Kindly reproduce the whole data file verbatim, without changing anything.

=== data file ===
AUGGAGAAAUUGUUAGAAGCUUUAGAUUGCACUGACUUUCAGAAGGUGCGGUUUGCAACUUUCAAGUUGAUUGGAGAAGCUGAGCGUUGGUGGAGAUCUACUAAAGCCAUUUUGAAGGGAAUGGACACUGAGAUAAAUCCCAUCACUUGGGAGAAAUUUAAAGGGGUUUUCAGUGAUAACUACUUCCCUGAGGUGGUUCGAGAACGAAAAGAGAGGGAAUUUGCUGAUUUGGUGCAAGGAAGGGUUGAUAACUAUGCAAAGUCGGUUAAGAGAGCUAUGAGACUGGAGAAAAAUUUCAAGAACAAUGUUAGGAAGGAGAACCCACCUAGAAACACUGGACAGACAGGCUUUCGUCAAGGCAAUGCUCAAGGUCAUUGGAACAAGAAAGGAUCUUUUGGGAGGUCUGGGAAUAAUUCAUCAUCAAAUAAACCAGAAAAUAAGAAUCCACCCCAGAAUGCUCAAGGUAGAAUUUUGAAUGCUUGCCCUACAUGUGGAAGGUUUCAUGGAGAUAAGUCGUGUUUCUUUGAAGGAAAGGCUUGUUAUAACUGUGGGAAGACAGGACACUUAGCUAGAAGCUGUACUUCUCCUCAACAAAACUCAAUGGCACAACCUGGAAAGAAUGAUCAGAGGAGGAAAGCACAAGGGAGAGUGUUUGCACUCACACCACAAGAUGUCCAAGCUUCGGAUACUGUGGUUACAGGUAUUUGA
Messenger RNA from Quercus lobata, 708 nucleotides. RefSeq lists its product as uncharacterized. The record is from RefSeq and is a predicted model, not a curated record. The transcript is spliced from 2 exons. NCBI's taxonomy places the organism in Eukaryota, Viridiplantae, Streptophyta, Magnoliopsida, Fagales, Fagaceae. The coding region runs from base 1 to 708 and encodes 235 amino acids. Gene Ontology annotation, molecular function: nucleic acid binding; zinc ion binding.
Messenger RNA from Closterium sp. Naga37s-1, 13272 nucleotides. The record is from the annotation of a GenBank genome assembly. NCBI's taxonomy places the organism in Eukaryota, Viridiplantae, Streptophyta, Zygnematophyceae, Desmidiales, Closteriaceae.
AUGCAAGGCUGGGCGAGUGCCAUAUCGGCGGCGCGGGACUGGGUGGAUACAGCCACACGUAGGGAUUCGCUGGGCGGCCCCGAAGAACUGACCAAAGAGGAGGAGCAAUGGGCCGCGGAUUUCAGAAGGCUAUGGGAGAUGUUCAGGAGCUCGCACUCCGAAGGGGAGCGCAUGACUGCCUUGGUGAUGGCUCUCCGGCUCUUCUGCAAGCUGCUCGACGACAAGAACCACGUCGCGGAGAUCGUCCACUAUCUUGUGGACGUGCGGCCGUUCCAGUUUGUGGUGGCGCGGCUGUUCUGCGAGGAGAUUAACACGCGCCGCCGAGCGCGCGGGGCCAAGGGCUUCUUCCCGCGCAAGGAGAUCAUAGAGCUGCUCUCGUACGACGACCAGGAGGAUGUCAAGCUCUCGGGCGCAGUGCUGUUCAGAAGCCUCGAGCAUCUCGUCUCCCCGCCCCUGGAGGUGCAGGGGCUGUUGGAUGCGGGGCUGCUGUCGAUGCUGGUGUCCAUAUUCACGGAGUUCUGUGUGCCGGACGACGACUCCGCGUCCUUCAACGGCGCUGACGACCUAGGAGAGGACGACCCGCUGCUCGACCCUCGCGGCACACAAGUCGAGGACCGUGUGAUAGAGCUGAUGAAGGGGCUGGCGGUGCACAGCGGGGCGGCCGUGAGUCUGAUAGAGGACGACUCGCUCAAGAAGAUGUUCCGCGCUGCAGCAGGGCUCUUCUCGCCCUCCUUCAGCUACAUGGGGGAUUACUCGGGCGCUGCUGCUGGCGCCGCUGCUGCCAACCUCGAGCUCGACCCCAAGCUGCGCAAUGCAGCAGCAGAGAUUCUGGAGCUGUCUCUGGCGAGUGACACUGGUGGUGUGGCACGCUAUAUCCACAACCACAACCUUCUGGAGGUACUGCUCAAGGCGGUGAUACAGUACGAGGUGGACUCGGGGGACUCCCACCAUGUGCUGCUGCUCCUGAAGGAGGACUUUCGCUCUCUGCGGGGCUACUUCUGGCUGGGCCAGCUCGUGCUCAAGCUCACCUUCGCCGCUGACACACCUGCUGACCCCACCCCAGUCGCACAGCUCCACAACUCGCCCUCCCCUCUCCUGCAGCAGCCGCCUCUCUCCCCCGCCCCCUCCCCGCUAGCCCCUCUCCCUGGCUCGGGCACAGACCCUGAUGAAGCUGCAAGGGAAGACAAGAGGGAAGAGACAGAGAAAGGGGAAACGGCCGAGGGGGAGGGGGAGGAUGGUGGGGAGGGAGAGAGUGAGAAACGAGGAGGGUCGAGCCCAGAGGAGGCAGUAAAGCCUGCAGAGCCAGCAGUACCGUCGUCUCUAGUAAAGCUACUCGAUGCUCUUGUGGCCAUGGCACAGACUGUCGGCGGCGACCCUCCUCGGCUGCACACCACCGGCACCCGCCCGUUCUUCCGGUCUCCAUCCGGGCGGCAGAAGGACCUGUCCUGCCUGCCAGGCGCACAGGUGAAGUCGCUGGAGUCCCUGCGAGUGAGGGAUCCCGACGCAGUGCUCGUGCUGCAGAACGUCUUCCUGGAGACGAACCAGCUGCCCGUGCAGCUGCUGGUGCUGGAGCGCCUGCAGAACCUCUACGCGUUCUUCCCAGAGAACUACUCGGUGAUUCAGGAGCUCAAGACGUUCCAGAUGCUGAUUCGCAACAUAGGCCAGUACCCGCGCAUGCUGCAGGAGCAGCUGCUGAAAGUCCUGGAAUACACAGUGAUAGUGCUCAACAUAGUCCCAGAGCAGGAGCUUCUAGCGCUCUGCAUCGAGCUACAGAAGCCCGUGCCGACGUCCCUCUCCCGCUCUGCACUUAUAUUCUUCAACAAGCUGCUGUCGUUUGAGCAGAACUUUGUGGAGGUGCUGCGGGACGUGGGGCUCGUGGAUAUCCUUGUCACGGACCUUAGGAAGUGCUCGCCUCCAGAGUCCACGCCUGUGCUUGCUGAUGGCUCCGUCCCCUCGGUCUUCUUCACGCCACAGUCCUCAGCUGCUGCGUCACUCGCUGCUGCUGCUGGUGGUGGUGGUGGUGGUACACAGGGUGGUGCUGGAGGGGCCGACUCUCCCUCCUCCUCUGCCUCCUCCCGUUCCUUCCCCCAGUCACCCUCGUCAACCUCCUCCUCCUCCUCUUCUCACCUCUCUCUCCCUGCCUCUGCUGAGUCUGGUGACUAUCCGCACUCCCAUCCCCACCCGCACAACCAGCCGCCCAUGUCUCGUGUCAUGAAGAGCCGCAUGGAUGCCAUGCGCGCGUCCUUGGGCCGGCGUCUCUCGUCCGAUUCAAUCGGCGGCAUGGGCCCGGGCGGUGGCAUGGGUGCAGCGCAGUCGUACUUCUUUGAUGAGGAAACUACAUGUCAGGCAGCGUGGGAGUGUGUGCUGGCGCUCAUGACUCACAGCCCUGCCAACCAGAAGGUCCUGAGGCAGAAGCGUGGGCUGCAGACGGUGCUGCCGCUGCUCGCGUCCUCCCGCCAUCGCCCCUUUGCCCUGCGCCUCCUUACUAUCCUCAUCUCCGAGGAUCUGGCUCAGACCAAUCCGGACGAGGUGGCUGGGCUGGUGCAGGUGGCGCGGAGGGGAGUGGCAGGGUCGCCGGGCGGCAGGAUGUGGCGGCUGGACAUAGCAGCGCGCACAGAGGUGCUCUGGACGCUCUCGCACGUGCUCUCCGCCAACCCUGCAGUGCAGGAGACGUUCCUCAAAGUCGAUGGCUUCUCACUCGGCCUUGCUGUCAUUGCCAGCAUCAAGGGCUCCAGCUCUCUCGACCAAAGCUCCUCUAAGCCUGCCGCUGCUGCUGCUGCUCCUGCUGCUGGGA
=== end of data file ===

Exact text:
AUGGAGAAAUUGUUAGAAGCUUUAGAUUGCACUGACUUUCAGAAGGUGCGGUUUGCAACUUUCAAGUUGAUUGGAGAAGCUGAGCGUUGGUGGAGAUCUACUAAAGCCAUUUUGAAGGGAAUGGACACUGAGAUAAAUCCCAUCACUUGGGAGAAAUUUAAAGGGGUUUUCAGUGAUAACUACUUCCCUGAGGUGGUUCGAGAACGAAAAGAGAGGGAAUUUGCUGAUUUGGUGCAAGGAAGGGUUGAUAACUAUGCAAAGUCGGUUAAGAGAGCUAUGAGACUGGAGAAAAAUUUCAAGAACAAUGUUAGGAAGGAGAACCCACCUAGAAACACUGGACAGACAGGCUUUCGUCAAGGCAAUGCUCAAGGUCAUUGGAACAAGAAAGGAUCUUUUGGGAGGUCUGGGAAUAAUUCAUCAUCAAAUAAACCAGAAAAUAAGAAUCCACCCCAGAAUGCUCAAGGUAGAAUUUUGAAUGCUUGCCCUACAUGUGGAAGGUUUCAUGGAGAUAAGUCGUGUUUCUUUGAAGGAAAGGCUUGUUAUAACUGUGGGAAGACAGGACACUUAGCUAGAAGCUGUACUUCUCCUCAACAAAACUCAAUGGCACAACCUGGAAAGAAUGAUCAGAGGAGGAAAGCACAAGGGAGAGUGUUUGCACUCACACCACAAGAUGUCCAAGCUUCGGAUACUGUGGUUACAGGUAUUUGA
Messenger RNA from Quercus lobata, 708 nucleotides. RefSeq lists its product as uncharacterized. The record is from RefSeq and is a predicted model, not a curated record. The transcript is spliced from 2 exons. NCBI's taxonomy places the organism in Eukaryota, Viridiplantae, Streptophyta, Magnoliopsida, Fagales, Fagaceae. The coding region runs from base 1 to 708 and encodes 235 amino acids. Gene Ontology annotation, molecular function: nucleic acid binding; zinc ion binding.
Messenger RNA from Closterium sp. Naga37s-1, 13272 nucleotides. The record is from the annotation of a GenBank genome assembly. NCBI's taxonomy places the organism in Eukaryota, Viridiplantae, Streptophyta, Zygnematophyceae, Desmidiales, Closteriaceae.
AUGCAAGGCUGGGCGAGUGCCAUAUCGGCGGCGCGGGACUGGGUGGAUACAGCCACACGUAGGGAUUCGCUGGGCGGCCCCGAAGAACUGACCAAAGAGGAGGAGCAAUGGGCCGCGGAUUUCAGAAGGCUAUGGGAGAUGUUCAGGAGCUCGCACUCCGAAGGGGAGCGCAUGACUGCCUUGGUGAUGGCUCUCCGGCUCUUCUGCAAGCUGCUCGACGACAAGAACCACGUCGCGGAGAUCGUCCACUAUCUUGUGGACGUGCGGCCGUUCCAGUUUGUGGUGGCGCGGCUGUUCUGCGAGGAGAUUAACACGCGCCGCCGAGCGCGCGGGGCCAAGGGCUUCUUCCCGCGCAAGGAGAUCAUAGAGCUGCUCUCGUACGACGACCAGGAGGAUGUCAAGCUCUCGGGCGCAGUGCUGUUCAGAAGCCUCGAGCAUCUCGUCUCCCCGCCCCUGGAGGUGCAGGGGCUGUUGGAUGCGGGGCUGCUGUCGAUGCUGGUGUCCAUAUUCACGGAGUUCUGUGUGCCGGACGACGACUCCGCGUCCUUCAACGGCGCUGACGACCUAGGAGAGGACGACCCGCUGCUCGACCCUCGCGGCACACAAGUCGAGGACCGUGUGAUAGAGCUGAUGAAGGGGCUGGCGGUGCACAGCGGGGCGGCCGUGAGUCUGAUAGAGGACGACUCGCUCAAGAAGAUGUUCCGCGCUGCAGCAGGGCUCUUCUCGCCCUCCUUCAGCUACAUGGGGGAUUACUCGGGCGCUGCUGCUGGCGCCGCUGCUGCCAACCUCGAGCUCGACCCCAAGCUGCGCAAUGCAGCAGCAGAGAUUCUGGAGCUGUCUCUGGCGAGUGACACUGGUGGUGUGGCACGCUAUAUCCACAACCACAACCUUCUGGAGGUACUGCUCAAGGCGGUGAUACAGUACGAGGUGGACUCGGGGGACUCCCACCAUGUGCUGCUGCUCCUGAAGGAGGACUUUCGCUCUCUGCGGGGCUACUUCUGGCUGGGCCAGCUCGUGCUCAAGCUCACCUUCGCCGCUGACACACCUGCUGACCCCACCCCAGUCGCACAGCUCCACAACUCGCCCUCCCCUCUCCUGCAGCAGCCGCCUCUCUCCCCCGCCCCCUCCCCGCUAGCCCCUCUCCCUGGCUCGGGCACAGACCCUGAUGAAGCUGCAAGGGAAGACAAGAGGGAAGAGACAGAGAAAGGGGAAACGGCCGAGGGGGAGGGGGAGGAUGGUGGGGAGGGAGAGAGUGAGAAACGAGGAGGGUCGAGCCCAGAGGAGGCAGUAAAGCCUGCAGAGCCAGCAGUACCGUCGUCUCUAGUAAAGCUACUCGAUGCUCUUGUGGCCAUGGCACAGACUGUCGGCGGCGACCCUCCUCGGCUGCACACCACCGGCACCCGCCCGUUCUUCCGGUCUCCAUCCGGGCGGCAGAAGGACCUGUCCUGCCUGCCAGGCGCACAGGUGAAGUCGCUGGAGUCCCUGCGAGUGAGGGAUCCCGACGCAGUGCUCGUGCUGCAGAACGUCUUCCUGGAGACGAACCAGCUGCCCGUGCAGCUGCUGGUGCUGGAGCGCCUGCAGAACCUCUACGCGUUCUUCCCAGAGAACUACUCGGUGAUUCAGGAGCUCAAGACGUUCCAGAUGCUGAUUCGCAACAUAGGCCAGUACCCGCGCAUGCUGCAGGAGCAGCUGCUGAAAGUCCUGGAAUACACAGUGAUAGUGCUCAACAUAGUCCCAGAGCAGGAGCUUCUAGCGCUCUGCAUCGAGCUACAGAAGCCCGUGCCGACGUCCCUCUCCCGCUCUGCACUUAUAUUCUUCAACAAGCUGCUGUCGUUUGAGCAGAACUUUGUGGAGGUGCUGCGGGACGUGGGGCUCGUGGAUAUCCUUGUCACGGACCUUAGGAAGUGCUCGCCUCCAGAGUCCACGCCUGUGCUUGCUGAUGGCUCCGUCCCCUCGGUCUUCUUCACGCCACAGUCCUCAGCUGCUGCGUCACUCGCUGCUGCUGCUGGUGGUGGUGGUGGUGGUACACAGGGUGGUGCUGGAGGGGCCGACUCUCCCUCCUCCUCUGCCUCCUCCCGUUCCUUCCCCCAGUCACCCUCGUCAACCUCCUCCUCCUCCUCUUCUCACCUCUCUCUCCCUGCCUCUGCUGAGUCUGGUGACUAUCCGCACUCCCAUCCCCACCCGCACAACCAGCCGCCCAUGUCUCGUGUCAUGAAGAGCCGCAUGGAUGCCAUGCGCGCGUCCUUGGGCCGGCGUCUCUCGUCCGAUUCAAUCGGCGGCAUGGGCCCGGGCGGUGGCAUGGGUGCAGCGCAGUCGUACUUCUUUGAUGAGGAAACUACAUGUCAGGCAGCGUGGGAGUGUGUGCUGGCGCUCAUGACUCACAGCCCUGCCAACCAGAAGGUCCUGAGGCAGAAGCGUGGGCUGCAGACGGUGCUGCCGCUGCUCGCGUCCUCCCGCCAUCGCCCCUUUGCCCUGCGCCUCCUUACUAUCCUCAUCUCCGAGGAUCUGGCUCAGACCAAUCCGGACGAGGUGGCUGGGCUGGUGCAGGUGGCGCGGAGGGGAGUGGCAGGGUCGCCGGGCGGCAGGAUGUGGCGGCUGGACAUAGCAGCGCGCACAGAGGUGCUCUGGACGCUCUCGCACGUGCUCUCCGCCAACCCUGCAGUGCAGGAGACGUUCCUCAAAGUCGAUGGCUUCUCACUCGGCCUUGCUGUCAUUGCCAGCAUCAAGGGCUCCAGCUCUCUCGACCAAAGCUCCUCUAAGCCUGCCGCUGCUGCUGCUGCUCCUGCUGCUGGGA